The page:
I have just a few other resources to mention. Health care reform has specified in several places the requirement to conduct surveillance community health assessments and to analyze and disseminate information. It also increases funding for disseminating information on evidence based practices in community health and clinical care. It funds prevention and wellness activities. The Kaiser Family Foundation has created a very nice synopsis of the legislation and the link is provided here. The National Library of Medicine would also like to notify you about two resources for locating funding opportunities: first is the Partners in Information Access for the Public Health Work Force and the second is HSR Information Central which has a section on grants. These are additional resources for designing and planning community interventions. Also we've listed resources for community health improvement models, so similar to the Institute of Medicine model that I showed earlier. I want to thank you for attending today. I think we are going to take some questions. And I want to in particular thank Ione Auston at the National Library of Medicine for working with me on this project.
Thank you, Cheryl, you should see a question appearing in your Q and A at the bottom of your screen. Do you see it?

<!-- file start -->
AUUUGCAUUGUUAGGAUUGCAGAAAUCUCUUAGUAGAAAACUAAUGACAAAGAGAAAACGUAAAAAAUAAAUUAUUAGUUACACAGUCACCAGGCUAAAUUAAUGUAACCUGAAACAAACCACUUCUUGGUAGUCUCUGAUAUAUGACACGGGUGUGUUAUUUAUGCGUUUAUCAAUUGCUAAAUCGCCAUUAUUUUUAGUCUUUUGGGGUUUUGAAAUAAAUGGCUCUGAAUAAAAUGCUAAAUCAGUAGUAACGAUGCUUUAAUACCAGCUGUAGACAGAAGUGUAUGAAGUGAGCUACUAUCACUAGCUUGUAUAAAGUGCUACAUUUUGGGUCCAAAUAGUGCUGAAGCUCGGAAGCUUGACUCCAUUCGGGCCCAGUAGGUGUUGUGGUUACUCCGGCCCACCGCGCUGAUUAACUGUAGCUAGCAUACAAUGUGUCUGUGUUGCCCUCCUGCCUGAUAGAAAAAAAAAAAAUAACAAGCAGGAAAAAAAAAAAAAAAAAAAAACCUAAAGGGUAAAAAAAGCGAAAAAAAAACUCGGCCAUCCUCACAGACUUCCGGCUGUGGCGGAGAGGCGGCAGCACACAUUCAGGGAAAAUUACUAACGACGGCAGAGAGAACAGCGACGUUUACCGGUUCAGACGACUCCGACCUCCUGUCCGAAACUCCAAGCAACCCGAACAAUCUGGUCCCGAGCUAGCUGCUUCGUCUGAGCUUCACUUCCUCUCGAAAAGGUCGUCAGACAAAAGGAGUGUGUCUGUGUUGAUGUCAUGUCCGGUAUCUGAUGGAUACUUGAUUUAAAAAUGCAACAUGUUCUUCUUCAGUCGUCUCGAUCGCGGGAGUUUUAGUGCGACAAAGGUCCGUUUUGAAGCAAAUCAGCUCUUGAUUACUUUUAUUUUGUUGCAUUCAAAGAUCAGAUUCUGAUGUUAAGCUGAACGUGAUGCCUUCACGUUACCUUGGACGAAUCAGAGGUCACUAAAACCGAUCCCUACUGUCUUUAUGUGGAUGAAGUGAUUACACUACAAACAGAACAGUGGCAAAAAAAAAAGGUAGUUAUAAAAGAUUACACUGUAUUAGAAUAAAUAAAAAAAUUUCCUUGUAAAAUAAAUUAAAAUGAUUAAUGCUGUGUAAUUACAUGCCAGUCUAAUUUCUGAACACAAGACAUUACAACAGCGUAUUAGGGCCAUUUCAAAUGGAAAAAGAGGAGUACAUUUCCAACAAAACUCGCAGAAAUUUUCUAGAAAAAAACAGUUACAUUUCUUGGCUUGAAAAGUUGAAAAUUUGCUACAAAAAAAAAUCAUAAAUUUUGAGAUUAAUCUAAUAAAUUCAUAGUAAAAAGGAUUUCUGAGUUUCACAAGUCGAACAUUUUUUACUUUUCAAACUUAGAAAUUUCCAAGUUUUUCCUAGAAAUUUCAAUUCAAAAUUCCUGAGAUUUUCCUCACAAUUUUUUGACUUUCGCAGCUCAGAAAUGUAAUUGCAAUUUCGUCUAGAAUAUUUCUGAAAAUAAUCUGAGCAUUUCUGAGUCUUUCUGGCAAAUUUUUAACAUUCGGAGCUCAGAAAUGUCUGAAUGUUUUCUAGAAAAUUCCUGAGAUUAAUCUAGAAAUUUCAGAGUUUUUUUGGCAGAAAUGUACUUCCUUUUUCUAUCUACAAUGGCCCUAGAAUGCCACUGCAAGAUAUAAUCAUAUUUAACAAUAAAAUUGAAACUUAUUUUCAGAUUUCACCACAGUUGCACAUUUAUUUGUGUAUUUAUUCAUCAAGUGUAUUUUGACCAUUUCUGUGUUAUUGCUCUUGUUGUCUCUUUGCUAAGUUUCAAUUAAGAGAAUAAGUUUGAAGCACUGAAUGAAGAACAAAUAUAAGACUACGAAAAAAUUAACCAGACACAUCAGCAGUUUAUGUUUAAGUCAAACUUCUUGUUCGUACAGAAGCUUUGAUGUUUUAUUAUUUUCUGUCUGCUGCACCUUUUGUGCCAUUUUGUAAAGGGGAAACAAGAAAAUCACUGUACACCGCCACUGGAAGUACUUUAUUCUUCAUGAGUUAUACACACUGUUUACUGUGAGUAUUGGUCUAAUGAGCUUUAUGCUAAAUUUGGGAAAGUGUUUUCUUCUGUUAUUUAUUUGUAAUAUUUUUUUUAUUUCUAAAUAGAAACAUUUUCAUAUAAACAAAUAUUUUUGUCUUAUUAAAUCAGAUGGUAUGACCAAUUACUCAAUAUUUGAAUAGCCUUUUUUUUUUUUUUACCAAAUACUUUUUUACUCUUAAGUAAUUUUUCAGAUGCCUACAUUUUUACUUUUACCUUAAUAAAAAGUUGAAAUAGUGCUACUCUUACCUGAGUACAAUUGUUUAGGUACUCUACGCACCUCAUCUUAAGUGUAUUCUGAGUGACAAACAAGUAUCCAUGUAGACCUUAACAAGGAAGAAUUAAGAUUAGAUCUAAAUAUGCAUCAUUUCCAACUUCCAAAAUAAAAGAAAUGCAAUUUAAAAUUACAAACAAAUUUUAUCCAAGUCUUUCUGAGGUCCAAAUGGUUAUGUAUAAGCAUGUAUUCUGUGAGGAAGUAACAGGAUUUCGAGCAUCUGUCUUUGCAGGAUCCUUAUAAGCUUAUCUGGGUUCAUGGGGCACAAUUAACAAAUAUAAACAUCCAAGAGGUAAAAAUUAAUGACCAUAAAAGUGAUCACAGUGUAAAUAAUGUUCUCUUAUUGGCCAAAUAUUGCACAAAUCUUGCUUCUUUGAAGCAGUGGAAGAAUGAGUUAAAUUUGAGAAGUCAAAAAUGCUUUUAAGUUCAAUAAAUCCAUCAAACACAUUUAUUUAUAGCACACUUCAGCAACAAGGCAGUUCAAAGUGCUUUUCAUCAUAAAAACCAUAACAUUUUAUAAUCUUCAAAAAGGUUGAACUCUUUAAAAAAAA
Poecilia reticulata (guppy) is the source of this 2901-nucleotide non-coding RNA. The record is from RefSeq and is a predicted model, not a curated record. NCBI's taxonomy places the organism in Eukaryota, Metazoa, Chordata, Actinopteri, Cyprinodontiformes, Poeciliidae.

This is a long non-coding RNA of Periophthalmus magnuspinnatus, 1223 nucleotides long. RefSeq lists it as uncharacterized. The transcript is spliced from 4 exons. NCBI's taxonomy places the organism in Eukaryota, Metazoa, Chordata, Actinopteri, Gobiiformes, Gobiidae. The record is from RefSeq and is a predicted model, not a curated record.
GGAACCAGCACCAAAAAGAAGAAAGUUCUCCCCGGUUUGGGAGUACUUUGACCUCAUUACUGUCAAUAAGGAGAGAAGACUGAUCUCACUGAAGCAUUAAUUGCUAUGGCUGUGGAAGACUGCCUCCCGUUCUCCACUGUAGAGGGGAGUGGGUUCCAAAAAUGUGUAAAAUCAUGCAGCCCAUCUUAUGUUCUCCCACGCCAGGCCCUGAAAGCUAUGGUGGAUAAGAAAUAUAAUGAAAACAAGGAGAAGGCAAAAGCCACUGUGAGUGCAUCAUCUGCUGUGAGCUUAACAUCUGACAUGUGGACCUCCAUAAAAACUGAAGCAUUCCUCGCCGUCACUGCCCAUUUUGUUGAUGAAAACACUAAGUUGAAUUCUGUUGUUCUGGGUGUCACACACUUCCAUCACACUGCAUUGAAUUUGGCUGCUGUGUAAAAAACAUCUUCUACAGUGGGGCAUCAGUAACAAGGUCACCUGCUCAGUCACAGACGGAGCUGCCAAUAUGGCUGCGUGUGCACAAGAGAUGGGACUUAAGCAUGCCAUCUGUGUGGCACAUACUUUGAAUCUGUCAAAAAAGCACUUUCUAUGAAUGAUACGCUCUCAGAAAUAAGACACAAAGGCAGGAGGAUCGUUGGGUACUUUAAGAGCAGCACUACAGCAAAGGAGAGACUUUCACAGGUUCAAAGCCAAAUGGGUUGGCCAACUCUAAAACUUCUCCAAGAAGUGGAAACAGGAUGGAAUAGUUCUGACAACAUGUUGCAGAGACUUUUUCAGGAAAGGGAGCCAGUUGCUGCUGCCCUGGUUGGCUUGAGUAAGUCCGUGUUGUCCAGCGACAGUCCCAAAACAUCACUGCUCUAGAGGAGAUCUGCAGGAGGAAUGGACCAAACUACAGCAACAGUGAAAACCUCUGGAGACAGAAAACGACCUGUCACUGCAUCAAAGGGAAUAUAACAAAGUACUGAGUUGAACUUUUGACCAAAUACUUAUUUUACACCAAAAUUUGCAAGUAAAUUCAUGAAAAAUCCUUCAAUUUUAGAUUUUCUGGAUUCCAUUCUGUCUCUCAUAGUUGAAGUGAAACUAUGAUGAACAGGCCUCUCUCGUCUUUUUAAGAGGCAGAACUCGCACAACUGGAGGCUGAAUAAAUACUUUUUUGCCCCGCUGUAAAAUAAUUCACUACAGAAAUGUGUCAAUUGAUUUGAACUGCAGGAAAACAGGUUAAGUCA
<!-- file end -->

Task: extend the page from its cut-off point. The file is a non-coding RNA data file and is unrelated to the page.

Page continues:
Okay, I'll try it again. Oh, I see there's a question. Sorry, there's a terrible echo. Earlier modules covered the Community Health Status Indicators. The question pertains to the difference between the two. The Community Health Status Indicators feature about 240 different indicators and it provides comparisons to peer counties - so counties that are very similar to your own and it gives you some - it digests the indicators and will tell you ways that you're doing better than your peer counties and ways you might be doing worse. It really helps in that prioritization cycle that we talked a little bit about. It also just gives you, you know, this sort of raw data for how your county is doing. By contrast, the County Health Rankings is designed to be a snapshot. It's designed to provide the information on rankings to really grab people's attention with the rankings, and to provide more digested information, so quicker information that's more quickly accessed. And that's not to say that it's superficial, there's a lot of information that is provided on this site, but they really want you to take home several key points very quickly by looking at the data where Community Health Status Indicators is, I think, designed for more sophisticated users when they're investigating community health issues in more depth.